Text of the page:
Abu Dhabi, UAETuesday 20 August 2019

Protecting our future – creating a safe online space for our children

The internet provides a wonderful world that can help children to develop, learn and interact, but is also filled with risks

We must protect our children and create a strong sense of online citizenship and wellbeing. Alamy
We must protect our children and create a strong sense of online citizenship and wellbeing. Alamy

We live today in a world that is increasingly digital. More than 50 per cent of the UAE population were born into this digital age, and we are the number-one nation around the world when it comes to people accessing the internet, at 98 per cent. People in the UAE spend an average of eight hours per day online. In our efforts to continually improve the wellbeing of UAE citizens, it is critical that we focus on improving the quality of our digital lives, and safety is at the heart of that digital wellbeing.

Technological advances today are exciting, promising, and their spread and integration in our lives are good for our country, as we continue to take a global leadership position in the 21st century. The future has a lot of promise and benefits, especially for our children. The internet provides them with a wonderful world that can help them to develop, learn and interact. They can use it to research school reports, communicate with teachers and other kids, and learn new skills. It helps them learn faster, access information on any topic, be more curious and creative, and answers many of their questions. It can provide printable templates of historical buildings or famous paintings to learn about, and can allow them to virtually visit different parts of the world, learn new cultures, play games that expand their minds, and stay in touch with friends and family.

However, this digital age also comes with many risks. Children can be subjected to inappropriate content, cyberbullying and online predators. Using applications and websites where kids interact, predators may pose as a child or teen looking to make a new friend. They might prod the child to exchange personal information, such as addresses and phone numbers, or encourage kids to call them and access their phone number via caller ID. Extensive exposure to violent games may also push vulnerable players to act out behaviour observed in those games. Parents around the world are concerned about children sharing their personal information with strangers online, as we have all read recent stories about online games that have unimaginable and dark consequences, some of which not only harm the players themselves, but other victims in the real world. In addition to these digital dangers, what our children do online today will have a major impact on their future lives and digital identity.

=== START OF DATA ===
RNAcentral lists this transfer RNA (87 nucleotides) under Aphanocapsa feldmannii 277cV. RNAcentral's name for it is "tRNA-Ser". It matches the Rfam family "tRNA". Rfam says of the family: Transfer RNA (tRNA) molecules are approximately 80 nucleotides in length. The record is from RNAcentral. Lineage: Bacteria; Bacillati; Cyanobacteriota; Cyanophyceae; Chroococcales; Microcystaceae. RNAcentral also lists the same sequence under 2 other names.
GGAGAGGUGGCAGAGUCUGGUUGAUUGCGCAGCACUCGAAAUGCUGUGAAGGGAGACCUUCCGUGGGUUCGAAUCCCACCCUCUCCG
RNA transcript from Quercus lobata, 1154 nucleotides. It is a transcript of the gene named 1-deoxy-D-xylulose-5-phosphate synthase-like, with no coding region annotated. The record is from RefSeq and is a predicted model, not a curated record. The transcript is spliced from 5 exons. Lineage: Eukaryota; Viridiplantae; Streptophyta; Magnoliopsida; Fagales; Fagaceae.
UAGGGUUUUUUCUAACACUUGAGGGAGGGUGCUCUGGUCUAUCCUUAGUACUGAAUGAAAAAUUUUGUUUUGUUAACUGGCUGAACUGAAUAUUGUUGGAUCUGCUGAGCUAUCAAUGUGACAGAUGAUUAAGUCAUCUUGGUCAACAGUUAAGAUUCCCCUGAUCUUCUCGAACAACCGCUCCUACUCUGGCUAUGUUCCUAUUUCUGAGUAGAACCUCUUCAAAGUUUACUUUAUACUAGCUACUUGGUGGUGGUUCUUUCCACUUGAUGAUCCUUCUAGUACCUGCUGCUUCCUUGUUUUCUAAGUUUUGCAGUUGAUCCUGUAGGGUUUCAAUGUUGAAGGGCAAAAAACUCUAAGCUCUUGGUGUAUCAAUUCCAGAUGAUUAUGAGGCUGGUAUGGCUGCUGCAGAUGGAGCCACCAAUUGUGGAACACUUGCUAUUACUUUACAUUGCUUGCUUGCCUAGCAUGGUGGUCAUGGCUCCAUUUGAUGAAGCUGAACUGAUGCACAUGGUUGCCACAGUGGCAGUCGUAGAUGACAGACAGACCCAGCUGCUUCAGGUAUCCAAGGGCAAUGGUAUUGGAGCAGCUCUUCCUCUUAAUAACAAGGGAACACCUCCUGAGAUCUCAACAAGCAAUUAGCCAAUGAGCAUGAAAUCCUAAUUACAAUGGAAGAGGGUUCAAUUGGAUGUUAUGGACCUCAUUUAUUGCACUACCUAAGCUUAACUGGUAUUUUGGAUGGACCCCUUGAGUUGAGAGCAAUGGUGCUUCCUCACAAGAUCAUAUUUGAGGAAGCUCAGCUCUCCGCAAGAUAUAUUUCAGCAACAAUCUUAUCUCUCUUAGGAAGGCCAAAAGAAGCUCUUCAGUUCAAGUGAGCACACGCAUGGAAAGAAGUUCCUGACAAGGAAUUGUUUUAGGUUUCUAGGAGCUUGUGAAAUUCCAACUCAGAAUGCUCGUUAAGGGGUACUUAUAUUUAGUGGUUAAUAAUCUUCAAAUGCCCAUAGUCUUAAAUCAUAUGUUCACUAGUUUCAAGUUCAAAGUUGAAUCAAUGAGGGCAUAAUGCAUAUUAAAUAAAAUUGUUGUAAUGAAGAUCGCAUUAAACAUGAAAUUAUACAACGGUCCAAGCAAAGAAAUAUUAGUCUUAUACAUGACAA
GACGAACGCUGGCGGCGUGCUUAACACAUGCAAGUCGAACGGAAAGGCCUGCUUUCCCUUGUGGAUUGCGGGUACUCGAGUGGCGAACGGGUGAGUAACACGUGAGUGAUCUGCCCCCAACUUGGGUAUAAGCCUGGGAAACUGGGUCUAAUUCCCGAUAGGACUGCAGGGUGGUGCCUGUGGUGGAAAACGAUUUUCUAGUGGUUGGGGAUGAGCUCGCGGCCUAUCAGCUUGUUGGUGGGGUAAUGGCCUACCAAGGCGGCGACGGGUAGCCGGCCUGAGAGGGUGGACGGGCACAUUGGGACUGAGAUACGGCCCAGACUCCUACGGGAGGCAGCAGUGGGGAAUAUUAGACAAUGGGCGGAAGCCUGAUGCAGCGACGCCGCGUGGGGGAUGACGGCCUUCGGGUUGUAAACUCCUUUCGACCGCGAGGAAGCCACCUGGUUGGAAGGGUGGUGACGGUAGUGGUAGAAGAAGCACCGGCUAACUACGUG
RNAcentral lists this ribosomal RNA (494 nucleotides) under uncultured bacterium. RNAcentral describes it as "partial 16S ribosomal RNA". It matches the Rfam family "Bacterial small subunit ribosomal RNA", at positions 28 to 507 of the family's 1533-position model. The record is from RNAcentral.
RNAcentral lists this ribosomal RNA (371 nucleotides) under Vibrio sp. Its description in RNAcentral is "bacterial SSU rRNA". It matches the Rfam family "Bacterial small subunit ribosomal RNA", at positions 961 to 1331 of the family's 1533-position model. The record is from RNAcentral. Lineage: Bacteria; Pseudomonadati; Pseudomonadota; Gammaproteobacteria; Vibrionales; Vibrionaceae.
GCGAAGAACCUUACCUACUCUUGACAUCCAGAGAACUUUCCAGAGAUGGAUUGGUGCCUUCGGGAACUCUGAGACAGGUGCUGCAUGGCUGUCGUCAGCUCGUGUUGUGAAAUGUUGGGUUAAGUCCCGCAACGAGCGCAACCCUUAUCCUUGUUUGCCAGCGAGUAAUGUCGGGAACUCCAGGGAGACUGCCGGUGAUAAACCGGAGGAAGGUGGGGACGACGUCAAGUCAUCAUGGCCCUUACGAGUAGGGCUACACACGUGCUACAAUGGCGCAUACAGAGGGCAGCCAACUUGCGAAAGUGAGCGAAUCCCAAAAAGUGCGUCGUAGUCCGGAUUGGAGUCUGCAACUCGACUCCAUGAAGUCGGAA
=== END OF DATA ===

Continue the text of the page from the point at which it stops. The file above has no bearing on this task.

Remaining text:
The pace of change is so fast that most parents and carers are not keeping up

The pace of change is so fast that most parents and carers are not keeping up. In the UAE today, 34 per cent of parents say that they allow their children to go online without supervision, and more than 60 per cent do not set any parental controls on devices to limit children’s access and exposure. Children are out there in the digital world, with all its dangers, without protection or supervision.

We need to act collectively to address these challenges. Children who are allowed to go online by themselves should be informed about basic computer safety. If they are at an age that is too young to be educated about that, their online activity should be closely monitored, with strict parental control options set on devices. Parents need to be aware of what their children see and hear on the internet, who they meet, and what they share about themselves. They should talk with their children, use tools to protect them, and keep an eye on their activities. Our children’s safety and wellbeing is critical for our future as a nation.

As a government, we are taking action led by our Ministry of Interior, in collaboration with the National Programme for Happiness and Wellbeing. This is at the heart of the UAE National Framework for Wellbeing, one component of which focuses on enhancing digital wellbeing and cultivating positive digital communities.

Within that framework, we are building ways and means to look after our children’s digital wellbeing. We will educate them, enable them, and support their parents and teachers. We will integrate online safety and wellbeing in our children’s digital lives from an early age. We will work with schools, carers, technology companies, traditional and social media influencers, and all the relevant government ministries. We will reach children online and face to face. Not only will we focus on their online safety, but we will also instil in them positive digital values and behaviours that enforce good global citizenship, respect and tolerance.

Our children are the future of our nation. Investing in their safety and wellbeing is investing in our future.

Ohood Al Roumi is Minister of State for Happiness and Wellbeing

Updated: March 17, 2019 06:04 PM

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